Nokia changes its naming conventions again. Gets back to pure numbers
When you churn out tens of different product models every year, it must be hard to keep track of their numbers. It must be even harder if you are Nokia, and have to give each of your phone model a number and/or name, that any customer will understand.
At one point in time, when Nokia Symbian smartphones were top of the line, high end thingies that warranted their own series number, Nokia almost got it. We had the N Series for their flagship devices like N73 or N95, that blew our minds with their specs. We had E Series series devices like E65 or E71, for business use, and then we 4 digit numbers like Nokia 6230, for everything else. But then Symbian started moving to lower end phones, and it became hard to figure out what each phone is about.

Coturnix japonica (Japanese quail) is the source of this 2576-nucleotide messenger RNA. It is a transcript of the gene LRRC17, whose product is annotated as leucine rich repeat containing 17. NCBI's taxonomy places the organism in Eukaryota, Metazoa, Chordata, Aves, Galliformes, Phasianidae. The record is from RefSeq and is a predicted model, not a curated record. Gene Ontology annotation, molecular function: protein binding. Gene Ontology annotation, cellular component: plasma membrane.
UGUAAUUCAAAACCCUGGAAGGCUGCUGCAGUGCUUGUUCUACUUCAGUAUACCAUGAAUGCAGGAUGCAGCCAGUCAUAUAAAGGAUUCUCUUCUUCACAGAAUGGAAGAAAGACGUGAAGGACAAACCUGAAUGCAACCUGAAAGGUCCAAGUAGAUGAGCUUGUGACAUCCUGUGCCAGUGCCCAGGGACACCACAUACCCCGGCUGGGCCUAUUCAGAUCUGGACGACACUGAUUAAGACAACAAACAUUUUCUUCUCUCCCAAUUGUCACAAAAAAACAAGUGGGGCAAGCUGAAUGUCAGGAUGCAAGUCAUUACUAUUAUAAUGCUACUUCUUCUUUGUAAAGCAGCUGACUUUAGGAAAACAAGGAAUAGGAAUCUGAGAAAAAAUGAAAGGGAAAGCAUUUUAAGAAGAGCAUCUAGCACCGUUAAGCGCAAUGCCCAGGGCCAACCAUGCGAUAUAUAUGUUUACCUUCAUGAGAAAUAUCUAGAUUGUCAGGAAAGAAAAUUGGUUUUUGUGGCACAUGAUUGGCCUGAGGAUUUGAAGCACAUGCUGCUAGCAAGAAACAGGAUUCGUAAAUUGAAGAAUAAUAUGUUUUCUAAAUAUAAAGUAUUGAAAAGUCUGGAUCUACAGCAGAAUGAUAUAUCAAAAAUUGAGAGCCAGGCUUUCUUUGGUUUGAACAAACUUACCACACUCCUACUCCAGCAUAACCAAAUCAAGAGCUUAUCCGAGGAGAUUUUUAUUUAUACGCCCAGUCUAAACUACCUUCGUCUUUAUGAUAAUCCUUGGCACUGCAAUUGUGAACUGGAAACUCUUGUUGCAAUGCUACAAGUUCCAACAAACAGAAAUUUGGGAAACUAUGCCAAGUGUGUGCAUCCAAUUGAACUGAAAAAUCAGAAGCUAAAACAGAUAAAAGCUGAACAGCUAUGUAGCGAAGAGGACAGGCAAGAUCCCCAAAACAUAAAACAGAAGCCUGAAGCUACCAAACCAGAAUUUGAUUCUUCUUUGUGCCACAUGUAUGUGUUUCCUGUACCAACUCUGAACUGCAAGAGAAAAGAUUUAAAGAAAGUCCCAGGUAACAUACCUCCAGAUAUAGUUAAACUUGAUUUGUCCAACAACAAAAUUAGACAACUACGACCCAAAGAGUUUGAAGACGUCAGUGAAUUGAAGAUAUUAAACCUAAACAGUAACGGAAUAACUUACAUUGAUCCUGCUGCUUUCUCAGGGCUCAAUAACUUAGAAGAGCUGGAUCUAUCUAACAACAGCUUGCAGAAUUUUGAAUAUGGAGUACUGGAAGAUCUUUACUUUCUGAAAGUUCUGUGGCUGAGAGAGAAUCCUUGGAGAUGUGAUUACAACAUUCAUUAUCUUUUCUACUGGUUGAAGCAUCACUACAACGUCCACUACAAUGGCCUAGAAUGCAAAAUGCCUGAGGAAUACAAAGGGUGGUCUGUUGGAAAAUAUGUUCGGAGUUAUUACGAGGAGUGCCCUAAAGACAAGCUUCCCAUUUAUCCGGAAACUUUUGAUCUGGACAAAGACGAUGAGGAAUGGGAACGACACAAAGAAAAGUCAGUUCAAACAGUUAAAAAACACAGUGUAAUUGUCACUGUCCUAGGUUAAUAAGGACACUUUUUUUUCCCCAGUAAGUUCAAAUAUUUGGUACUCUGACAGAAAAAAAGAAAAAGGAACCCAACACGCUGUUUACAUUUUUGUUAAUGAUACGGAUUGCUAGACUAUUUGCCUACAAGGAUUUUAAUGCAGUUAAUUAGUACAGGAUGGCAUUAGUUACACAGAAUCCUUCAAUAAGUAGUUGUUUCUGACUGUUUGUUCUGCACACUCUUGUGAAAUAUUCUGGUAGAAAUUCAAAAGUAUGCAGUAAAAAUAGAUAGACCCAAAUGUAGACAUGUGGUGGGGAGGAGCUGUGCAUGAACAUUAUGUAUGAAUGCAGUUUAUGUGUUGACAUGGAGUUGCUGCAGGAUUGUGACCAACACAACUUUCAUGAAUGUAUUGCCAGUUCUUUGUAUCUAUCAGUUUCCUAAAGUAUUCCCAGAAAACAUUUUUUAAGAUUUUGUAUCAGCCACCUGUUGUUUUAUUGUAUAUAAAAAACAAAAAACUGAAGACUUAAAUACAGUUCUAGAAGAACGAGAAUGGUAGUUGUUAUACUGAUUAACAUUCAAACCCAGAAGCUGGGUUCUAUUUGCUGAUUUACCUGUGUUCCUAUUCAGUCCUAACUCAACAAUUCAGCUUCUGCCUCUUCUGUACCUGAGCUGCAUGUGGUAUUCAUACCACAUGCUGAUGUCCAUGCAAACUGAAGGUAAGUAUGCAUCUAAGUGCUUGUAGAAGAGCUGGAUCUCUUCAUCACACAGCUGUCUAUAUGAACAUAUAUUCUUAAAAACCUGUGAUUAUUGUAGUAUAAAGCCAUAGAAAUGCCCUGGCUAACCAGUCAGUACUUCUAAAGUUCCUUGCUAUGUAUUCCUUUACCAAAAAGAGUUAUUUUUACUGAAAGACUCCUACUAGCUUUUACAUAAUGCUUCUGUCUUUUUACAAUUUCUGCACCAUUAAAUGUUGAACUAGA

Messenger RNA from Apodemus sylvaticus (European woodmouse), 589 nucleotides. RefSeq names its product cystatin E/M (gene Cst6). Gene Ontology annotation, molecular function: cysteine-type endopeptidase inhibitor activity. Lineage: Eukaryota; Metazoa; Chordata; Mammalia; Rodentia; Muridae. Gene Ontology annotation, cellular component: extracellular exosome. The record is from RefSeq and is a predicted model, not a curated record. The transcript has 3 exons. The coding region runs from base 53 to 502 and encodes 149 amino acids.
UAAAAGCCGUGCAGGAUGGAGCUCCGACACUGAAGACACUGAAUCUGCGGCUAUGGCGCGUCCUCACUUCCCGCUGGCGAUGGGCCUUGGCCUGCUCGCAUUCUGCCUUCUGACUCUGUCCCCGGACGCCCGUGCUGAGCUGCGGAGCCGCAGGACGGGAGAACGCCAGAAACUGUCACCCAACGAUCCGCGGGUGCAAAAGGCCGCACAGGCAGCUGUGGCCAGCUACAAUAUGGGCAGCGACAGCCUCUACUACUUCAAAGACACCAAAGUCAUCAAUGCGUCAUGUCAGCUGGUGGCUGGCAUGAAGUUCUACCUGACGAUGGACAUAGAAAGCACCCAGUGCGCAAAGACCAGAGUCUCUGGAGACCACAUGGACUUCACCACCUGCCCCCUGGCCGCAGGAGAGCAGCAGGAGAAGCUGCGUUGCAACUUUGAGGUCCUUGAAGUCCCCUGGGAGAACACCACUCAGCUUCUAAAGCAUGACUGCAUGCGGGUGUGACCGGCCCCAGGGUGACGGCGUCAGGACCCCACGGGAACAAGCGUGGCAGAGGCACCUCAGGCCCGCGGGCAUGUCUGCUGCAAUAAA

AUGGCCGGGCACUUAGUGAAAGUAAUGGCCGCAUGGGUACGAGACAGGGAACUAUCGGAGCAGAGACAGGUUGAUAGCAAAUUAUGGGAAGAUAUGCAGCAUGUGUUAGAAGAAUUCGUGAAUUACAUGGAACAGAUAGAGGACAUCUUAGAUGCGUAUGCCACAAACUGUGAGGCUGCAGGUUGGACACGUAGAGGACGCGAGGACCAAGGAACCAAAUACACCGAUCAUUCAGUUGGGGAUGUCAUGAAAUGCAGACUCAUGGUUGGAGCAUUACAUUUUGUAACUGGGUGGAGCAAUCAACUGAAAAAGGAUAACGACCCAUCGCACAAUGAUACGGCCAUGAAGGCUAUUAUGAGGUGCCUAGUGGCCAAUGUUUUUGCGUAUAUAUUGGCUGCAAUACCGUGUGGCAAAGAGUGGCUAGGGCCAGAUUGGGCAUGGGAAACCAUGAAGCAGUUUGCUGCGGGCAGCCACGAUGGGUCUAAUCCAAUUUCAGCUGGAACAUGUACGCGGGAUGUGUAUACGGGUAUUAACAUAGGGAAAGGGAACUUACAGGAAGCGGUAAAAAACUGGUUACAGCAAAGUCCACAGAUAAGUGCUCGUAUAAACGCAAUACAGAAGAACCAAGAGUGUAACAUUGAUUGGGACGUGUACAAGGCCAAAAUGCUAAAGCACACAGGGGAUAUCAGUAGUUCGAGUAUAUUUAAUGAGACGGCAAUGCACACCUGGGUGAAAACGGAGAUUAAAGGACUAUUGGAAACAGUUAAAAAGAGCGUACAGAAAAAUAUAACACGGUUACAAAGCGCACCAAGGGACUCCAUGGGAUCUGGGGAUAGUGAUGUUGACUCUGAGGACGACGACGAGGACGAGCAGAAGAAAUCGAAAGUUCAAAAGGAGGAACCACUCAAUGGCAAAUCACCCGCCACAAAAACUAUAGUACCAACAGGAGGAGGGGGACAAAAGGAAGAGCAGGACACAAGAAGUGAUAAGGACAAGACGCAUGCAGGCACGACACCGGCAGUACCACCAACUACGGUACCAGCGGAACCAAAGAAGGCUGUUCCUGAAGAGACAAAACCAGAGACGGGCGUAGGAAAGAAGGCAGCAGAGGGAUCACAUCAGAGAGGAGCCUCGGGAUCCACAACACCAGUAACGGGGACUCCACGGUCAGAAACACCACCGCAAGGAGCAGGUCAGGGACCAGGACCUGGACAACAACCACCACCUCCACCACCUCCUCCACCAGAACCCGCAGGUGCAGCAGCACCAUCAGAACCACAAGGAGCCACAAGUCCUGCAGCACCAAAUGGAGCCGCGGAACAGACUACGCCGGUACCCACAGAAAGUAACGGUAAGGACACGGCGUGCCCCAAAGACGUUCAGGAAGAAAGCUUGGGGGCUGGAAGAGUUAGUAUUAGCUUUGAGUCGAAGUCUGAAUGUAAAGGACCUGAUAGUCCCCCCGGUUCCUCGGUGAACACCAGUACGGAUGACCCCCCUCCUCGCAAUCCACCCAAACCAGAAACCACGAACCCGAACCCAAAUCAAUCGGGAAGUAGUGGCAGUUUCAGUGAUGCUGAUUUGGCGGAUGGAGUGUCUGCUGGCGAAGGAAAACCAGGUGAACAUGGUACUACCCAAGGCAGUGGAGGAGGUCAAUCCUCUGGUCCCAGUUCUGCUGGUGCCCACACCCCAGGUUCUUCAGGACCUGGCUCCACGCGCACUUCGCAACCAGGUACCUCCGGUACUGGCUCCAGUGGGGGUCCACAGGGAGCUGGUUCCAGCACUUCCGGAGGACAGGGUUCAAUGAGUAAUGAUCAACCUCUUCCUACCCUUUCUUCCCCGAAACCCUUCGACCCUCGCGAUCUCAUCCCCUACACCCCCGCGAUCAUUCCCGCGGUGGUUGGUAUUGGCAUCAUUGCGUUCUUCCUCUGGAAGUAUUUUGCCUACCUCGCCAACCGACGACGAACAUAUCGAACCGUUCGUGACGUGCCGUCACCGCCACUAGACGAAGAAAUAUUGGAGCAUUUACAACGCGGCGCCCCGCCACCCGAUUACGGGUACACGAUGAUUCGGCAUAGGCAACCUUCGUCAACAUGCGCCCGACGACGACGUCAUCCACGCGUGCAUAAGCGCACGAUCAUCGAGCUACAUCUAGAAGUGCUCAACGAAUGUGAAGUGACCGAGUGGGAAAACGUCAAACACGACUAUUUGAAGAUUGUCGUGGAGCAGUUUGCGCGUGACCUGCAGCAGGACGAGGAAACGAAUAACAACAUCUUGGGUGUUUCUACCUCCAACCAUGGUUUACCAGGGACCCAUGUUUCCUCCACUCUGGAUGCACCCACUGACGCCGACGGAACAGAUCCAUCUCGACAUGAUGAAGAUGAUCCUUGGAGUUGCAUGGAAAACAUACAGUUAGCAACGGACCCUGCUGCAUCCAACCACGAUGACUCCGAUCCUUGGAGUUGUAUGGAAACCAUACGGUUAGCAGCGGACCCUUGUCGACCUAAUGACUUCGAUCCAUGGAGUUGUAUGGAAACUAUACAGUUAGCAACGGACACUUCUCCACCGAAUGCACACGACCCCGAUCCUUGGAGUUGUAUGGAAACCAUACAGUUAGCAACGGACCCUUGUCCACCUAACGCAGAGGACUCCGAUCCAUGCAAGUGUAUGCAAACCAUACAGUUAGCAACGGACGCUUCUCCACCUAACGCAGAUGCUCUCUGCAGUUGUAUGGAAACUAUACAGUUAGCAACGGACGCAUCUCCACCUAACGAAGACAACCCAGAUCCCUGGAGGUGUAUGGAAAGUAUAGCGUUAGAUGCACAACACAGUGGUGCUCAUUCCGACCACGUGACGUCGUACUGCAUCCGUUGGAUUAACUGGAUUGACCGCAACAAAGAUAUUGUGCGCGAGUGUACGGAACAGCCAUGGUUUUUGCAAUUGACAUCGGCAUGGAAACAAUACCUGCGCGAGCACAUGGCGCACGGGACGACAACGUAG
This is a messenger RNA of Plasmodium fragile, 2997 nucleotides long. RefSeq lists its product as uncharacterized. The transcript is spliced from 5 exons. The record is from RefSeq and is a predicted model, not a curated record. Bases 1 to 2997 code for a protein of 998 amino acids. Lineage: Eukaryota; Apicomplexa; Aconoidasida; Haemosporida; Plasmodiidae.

About two years ago Nokia decided to try something new – split their devices into a number of series like C, N, X, etc; and then add a number to them. The higher the number – the better the specs of the device. So we started getting phones N8, X7, C7, C6, etc;. But then, to differentiate between older and newer versions of the device, Nokia decided to attach the version number to it, and the whole thing became a huge mess.
Just try explaining to a normal user asking for Nokia C6, why do we have two completely different phones C6-00 and C6-01, where even an operating systems are not the same. And figuring the difference between X1-00 and X1-01… don’t let me start.
So today Nokia finally decided to do away with the whole letters and numbers mess, and get back to … just numbers.
From now on each Nokia phone will have 3 digit number identifying it – like the just announced Nokia 500. The first digit will show you the price/feature set of the phone – the higher it is, the more expensive and feature packed it gets. The other too digits are a unique device identifier at a particular price point.
Look’s kind off OK for Nokia, on paper. Let’s see how it works in real life